Clipping a Duck’s Wings

Clipping a Duck’s Wings

Whether or not to clip your ducks’ wings is a difficult and controversial decision. Flying is natural for them and makes them happy, so some feel it is cruel to remove their freedom of flight. Flying can also give them an advantage over predators. On the other hand, domestic ducks frequently (albeit unintentionally) fly away from home, never to be seen again. And being domestic, they are not capable of fending for themselves, and thus are likely to starve to death or be eaten by a predator.

Recently, over the course of less than two months, five people I knew had the misfortune of having their ducks fly away. One was found. The others weren’t. I myself have also been a victim of this tragedy. I had a small flock of ducks when I was eight years old, and I was loathe to clip them. I loved to watch them soar through the air and flap their mighty wings. I knew they loved it too.

Then three of them flew away. We found one of the three. The second returned the following day. The third, Snowy, probably starved to death in the desert.

Ever since, I’ve clipped my ducks. I can understand why some people choose not to, but I personally don’t feel it’s worth the risk.

Everyone says, “Well, my ducks won’t leave! My ducks love it here!” Then it happens and they’re heartbroken.

How much your duck loves its home has no bearing on the matter. Any duck that is capable of flying is capable of accidentally flying away and not knowing how to come back home. And the chance of it is probably much higher than you think.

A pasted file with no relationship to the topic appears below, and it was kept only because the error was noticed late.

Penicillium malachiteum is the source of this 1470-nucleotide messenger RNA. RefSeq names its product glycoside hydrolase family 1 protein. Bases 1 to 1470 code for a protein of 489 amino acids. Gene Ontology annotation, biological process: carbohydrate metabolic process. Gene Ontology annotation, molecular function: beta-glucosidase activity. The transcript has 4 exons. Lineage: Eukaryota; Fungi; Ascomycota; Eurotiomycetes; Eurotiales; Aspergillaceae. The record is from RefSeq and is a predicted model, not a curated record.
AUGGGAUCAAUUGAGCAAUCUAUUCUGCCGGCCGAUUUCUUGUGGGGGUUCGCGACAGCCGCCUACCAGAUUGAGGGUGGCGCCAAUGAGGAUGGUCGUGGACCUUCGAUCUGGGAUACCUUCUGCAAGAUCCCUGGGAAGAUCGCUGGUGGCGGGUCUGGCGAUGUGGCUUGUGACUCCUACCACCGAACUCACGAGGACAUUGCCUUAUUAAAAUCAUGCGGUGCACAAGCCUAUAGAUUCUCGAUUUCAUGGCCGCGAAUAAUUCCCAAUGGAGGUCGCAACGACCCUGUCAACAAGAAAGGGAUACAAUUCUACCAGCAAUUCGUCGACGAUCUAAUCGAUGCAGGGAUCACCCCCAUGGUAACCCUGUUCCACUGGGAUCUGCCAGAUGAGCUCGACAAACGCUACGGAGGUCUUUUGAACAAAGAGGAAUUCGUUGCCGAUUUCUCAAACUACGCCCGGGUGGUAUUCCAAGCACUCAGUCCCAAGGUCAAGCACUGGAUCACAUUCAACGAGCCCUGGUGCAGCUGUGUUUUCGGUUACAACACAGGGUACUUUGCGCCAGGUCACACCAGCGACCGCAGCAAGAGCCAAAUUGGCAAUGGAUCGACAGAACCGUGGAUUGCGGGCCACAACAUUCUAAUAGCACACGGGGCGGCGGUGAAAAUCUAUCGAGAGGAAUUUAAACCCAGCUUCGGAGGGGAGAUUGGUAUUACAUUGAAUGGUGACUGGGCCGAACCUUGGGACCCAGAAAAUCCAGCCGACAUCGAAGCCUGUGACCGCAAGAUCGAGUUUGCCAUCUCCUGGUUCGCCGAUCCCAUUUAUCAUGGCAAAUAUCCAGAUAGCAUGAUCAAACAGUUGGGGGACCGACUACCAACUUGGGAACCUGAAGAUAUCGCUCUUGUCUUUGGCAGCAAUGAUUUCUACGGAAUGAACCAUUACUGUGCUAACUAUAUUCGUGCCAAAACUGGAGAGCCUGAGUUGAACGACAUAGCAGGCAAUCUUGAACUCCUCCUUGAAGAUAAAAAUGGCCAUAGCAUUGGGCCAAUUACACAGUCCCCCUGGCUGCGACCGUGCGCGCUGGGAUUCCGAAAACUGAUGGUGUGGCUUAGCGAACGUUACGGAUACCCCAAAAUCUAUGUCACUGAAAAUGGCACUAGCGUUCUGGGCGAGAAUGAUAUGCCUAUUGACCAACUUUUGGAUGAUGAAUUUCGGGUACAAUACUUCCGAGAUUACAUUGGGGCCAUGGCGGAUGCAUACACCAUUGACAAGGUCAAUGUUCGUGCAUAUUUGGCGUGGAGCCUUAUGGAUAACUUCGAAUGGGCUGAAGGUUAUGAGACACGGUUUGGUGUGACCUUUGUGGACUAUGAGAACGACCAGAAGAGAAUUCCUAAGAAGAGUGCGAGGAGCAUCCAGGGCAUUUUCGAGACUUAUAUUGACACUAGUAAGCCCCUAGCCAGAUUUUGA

Thus, I think it’s better to clip your duck’s wings.

  • Clipping does not hurt or cause any pain to the duck. Feathers are made of keratin, the same material as your hair and fingernails.
  • Clipping only takes a few seconds, thus causing only minimal stress to the duck.
  • Clipping does have to be redone every year, after the annual molt.

Here is my video on how to clip a duck’s wings:

It’s sometimes easier with two people, depending on how squirmy your duck is.

Below is a diagram showing where to clip.

duck wing clipping diagram
A diagram of clipping paths.

6 Comments

    1. I have a male duck that is trying to mate with my chickens I feel he may have drown one. I have unsuccessfully tried to find him a new good home. He doesn’t fly but has to use his wings to catch the chickens. I was wondering if it clipped his wings it may slow him down so that he can’t catch my hens.

      Jodi Kauachi
      1. I doubt that would help. Ducks can pretty much just as fast even without flapping. But if you don’t have any other easy solutions, it might be worth a try.

        If you can’t rehome him, it would be best to separate him somehow. It might also help if he had more female ducks. It’s very dangerous for drakes to try to mate hens.

        Hannah

    1. I can’t say I disagree…this is a really old video that I’ve been planning to update for several years but haven’t had time. I’ve learned some things since. These two ducks were very skittish. My ducks are a lot more friendly now. I’ve also now switched to clipping both wings (clipping one wing unbalances them, which means they crash land if they try to jump or fly at all), and I usually do have a helper. If I do only clip one wing, I can do it while they’re eating without even needing to pick them up, and they barely even look up. 🙂

      Hannah

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